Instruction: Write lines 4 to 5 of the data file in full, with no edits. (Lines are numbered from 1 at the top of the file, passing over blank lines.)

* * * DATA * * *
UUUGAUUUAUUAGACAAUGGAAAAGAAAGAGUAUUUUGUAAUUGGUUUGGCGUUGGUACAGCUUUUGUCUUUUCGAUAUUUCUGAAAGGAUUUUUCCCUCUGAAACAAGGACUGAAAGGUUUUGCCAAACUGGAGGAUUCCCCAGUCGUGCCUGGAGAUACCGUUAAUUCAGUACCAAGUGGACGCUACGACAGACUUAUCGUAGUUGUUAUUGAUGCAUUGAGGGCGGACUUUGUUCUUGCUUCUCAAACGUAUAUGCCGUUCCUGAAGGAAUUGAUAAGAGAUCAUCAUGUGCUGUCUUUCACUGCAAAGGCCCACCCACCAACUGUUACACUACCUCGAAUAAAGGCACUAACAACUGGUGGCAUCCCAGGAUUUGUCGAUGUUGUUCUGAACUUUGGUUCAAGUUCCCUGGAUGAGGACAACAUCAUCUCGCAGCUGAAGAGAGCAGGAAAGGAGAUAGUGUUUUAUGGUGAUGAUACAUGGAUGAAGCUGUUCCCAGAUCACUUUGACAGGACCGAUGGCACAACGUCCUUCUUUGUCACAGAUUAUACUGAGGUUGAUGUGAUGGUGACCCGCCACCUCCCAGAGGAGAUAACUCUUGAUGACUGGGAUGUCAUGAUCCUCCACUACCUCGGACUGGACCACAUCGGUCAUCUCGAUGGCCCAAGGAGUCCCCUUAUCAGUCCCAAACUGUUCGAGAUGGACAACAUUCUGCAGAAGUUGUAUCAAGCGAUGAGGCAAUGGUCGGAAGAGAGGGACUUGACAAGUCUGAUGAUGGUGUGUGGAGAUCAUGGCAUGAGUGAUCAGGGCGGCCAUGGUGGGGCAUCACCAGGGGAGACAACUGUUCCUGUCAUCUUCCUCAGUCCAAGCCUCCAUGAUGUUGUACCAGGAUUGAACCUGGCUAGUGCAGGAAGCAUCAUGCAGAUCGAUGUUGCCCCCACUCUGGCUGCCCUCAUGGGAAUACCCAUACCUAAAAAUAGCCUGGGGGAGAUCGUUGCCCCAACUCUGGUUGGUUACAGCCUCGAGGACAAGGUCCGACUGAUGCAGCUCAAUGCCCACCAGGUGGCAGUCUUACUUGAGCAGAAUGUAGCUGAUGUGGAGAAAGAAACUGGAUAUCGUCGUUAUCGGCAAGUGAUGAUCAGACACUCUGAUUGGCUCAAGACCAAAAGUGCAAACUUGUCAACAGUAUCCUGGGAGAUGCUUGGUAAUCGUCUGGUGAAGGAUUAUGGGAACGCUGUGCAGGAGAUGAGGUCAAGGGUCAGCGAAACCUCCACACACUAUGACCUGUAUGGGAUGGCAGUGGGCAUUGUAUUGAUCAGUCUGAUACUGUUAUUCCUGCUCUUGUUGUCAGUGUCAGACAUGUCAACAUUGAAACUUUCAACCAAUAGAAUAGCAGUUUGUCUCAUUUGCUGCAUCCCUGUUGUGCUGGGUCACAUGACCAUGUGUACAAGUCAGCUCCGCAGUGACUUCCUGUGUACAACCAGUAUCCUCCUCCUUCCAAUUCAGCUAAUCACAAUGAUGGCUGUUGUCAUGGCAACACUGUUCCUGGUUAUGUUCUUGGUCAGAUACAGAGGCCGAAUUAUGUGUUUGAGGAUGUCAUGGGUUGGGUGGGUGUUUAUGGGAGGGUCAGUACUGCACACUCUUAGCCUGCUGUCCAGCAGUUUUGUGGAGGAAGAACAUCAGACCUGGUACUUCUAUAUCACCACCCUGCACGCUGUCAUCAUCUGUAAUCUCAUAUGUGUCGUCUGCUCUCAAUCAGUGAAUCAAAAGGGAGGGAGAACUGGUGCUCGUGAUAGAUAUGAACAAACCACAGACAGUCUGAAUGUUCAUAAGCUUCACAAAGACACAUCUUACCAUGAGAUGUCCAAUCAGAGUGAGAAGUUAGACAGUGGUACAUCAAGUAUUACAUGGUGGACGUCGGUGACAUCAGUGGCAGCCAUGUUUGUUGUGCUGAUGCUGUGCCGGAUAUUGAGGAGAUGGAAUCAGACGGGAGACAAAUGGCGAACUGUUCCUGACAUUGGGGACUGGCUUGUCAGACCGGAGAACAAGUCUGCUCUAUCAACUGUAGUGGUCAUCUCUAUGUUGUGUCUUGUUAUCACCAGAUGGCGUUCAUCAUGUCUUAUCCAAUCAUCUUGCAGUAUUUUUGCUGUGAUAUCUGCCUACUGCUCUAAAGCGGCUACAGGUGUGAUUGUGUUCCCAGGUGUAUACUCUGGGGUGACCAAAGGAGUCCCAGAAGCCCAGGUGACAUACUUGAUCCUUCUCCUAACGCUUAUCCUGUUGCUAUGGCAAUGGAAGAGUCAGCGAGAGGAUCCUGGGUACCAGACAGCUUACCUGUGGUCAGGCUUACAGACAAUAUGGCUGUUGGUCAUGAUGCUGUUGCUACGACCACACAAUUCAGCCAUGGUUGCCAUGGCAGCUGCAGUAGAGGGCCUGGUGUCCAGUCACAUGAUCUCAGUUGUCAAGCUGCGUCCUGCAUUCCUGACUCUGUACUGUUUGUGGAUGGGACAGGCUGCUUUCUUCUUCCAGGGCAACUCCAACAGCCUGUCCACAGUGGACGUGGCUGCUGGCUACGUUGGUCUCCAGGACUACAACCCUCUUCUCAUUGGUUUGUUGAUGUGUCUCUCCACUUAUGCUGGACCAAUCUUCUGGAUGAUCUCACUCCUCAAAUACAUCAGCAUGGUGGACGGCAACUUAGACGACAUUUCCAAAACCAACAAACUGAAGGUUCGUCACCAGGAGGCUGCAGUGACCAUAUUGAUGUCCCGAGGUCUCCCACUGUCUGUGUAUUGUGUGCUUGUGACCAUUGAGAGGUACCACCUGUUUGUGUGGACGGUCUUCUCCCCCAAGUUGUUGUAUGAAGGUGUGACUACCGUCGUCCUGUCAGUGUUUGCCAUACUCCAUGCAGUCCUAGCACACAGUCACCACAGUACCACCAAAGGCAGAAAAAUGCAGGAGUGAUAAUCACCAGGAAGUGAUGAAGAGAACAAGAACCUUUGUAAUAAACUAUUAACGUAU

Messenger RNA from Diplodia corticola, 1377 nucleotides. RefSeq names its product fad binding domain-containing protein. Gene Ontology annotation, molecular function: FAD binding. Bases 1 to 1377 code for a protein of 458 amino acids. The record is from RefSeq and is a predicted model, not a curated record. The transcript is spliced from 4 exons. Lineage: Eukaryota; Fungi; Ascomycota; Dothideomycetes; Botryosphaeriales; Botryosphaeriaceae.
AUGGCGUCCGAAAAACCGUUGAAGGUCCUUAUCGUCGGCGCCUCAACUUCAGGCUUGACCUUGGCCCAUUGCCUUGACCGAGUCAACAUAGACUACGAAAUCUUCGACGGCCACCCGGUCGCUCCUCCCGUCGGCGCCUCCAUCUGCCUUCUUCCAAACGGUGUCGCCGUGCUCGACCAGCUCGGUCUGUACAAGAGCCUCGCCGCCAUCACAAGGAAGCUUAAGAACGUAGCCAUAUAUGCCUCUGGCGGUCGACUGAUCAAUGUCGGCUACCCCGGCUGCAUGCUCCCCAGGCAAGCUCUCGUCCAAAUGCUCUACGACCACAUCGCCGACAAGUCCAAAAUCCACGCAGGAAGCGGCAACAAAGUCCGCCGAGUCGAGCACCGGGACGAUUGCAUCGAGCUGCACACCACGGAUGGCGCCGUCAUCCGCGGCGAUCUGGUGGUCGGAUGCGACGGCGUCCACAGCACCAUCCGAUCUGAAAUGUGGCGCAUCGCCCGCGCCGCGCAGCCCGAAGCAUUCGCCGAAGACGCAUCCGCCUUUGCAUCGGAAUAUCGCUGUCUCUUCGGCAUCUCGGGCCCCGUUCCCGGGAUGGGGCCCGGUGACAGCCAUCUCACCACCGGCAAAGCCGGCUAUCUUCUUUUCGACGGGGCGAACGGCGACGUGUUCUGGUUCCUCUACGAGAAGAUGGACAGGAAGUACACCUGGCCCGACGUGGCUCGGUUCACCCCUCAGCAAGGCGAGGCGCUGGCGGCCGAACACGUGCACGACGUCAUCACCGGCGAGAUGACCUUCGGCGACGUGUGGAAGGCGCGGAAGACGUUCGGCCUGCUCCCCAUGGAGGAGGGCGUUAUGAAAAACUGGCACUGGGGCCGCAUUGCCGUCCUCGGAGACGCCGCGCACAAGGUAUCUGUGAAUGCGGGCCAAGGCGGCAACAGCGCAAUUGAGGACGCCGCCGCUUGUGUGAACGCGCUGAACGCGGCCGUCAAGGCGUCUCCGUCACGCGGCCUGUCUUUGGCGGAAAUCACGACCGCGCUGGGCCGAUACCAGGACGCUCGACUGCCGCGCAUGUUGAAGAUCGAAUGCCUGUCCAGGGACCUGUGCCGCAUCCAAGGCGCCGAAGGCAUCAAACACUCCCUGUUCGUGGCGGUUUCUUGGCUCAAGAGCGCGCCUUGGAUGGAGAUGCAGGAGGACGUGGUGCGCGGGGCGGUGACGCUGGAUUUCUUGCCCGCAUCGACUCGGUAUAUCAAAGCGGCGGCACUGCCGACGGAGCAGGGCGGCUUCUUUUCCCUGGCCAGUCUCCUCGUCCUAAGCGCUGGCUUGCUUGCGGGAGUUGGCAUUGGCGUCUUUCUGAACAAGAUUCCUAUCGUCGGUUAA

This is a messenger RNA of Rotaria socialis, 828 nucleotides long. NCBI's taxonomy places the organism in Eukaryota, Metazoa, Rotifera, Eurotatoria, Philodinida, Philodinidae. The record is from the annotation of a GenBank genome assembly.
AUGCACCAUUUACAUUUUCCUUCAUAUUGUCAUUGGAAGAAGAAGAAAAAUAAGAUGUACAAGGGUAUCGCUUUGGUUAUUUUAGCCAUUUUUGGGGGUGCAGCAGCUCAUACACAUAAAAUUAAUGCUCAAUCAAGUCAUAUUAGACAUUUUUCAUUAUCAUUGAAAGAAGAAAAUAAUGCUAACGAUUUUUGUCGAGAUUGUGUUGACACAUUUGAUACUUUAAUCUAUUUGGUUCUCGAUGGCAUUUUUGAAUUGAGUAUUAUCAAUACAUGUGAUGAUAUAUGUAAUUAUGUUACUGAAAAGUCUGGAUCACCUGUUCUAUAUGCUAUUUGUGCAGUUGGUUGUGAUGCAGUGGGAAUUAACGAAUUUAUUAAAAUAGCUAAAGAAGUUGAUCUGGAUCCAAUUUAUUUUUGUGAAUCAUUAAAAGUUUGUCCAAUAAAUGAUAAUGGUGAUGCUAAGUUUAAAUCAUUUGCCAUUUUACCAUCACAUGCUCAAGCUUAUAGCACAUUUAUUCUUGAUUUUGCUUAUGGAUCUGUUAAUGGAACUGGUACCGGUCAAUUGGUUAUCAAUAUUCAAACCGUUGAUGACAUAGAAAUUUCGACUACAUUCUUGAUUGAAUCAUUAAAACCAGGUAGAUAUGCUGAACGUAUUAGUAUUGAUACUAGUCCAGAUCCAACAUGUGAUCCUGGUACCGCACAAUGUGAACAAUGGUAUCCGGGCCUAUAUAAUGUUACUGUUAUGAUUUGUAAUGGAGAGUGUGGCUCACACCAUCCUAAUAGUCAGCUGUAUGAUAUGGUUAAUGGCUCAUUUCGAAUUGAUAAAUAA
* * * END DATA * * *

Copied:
This is a messenger RNA of Rotaria socialis, 828 nucleotides long. NCBI's taxonomy places the organism in Eukaryota, Metazoa, Rotifera, Eurotatoria, Philodinida, Philodinidae. The record is from the annotation of a GenBank genome assembly.
AUGCACCAUUUACAUUUUCCUUCAUAUUGUCAUUGGAAGAAGAAGAAAAAUAAGAUGUACAAGGGUAUCGCUUUGGUUAUUUUAGCCAUUUUUGGGGGUGCAGCAGCUCAUACACAUAAAAUUAAUGCUCAAUCAAGUCAUAUUAGACAUUUUUCAUUAUCAUUGAAAGAAGAAAAUAAUGCUAACGAUUUUUGUCGAGAUUGUGUUGACACAUUUGAUACUUUAAUCUAUUUGGUUCUCGAUGGCAUUUUUGAAUUGAGUAUUAUCAAUACAUGUGAUGAUAUAUGUAAUUAUGUUACUGAAAAGUCUGGAUCACCUGUUCUAUAUGCUAUUUGUGCAGUUGGUUGUGAUGCAGUGGGAAUUAACGAAUUUAUUAAAAUAGCUAAAGAAGUUGAUCUGGAUCCAAUUUAUUUUUGUGAAUCAUUAAAAGUUUGUCCAAUAAAUGAUAAUGGUGAUGCUAAGUUUAAAUCAUUUGCCAUUUUACCAUCACAUGCUCAAGCUUAUAGCACAUUUAUUCUUGAUUUUGCUUAUGGAUCUGUUAAUGGAACUGGUACCGGUCAAUUGGUUAUCAAUAUUCAAACCGUUGAUGACAUAGAAAUUUCGACUACAUUCUUGAUUGAAUCAUUAAAACCAGGUAGAUAUGCUGAACGUAUUAGUAUUGAUACUAGUCCAGAUCCAACAUGUGAUCCUGGUACCGCACAAUGUGAACAAUGGUAUCCGGGCCUAUAUAAUGUUACUGUUAUGAUUUGUAAUGGAGAGUGUGGCUCACACCAUCCUAAUAGUCAGCUGUAUGAUAUGGUUAAUGGCUCAUUUCGAAUUGAUAAAUAA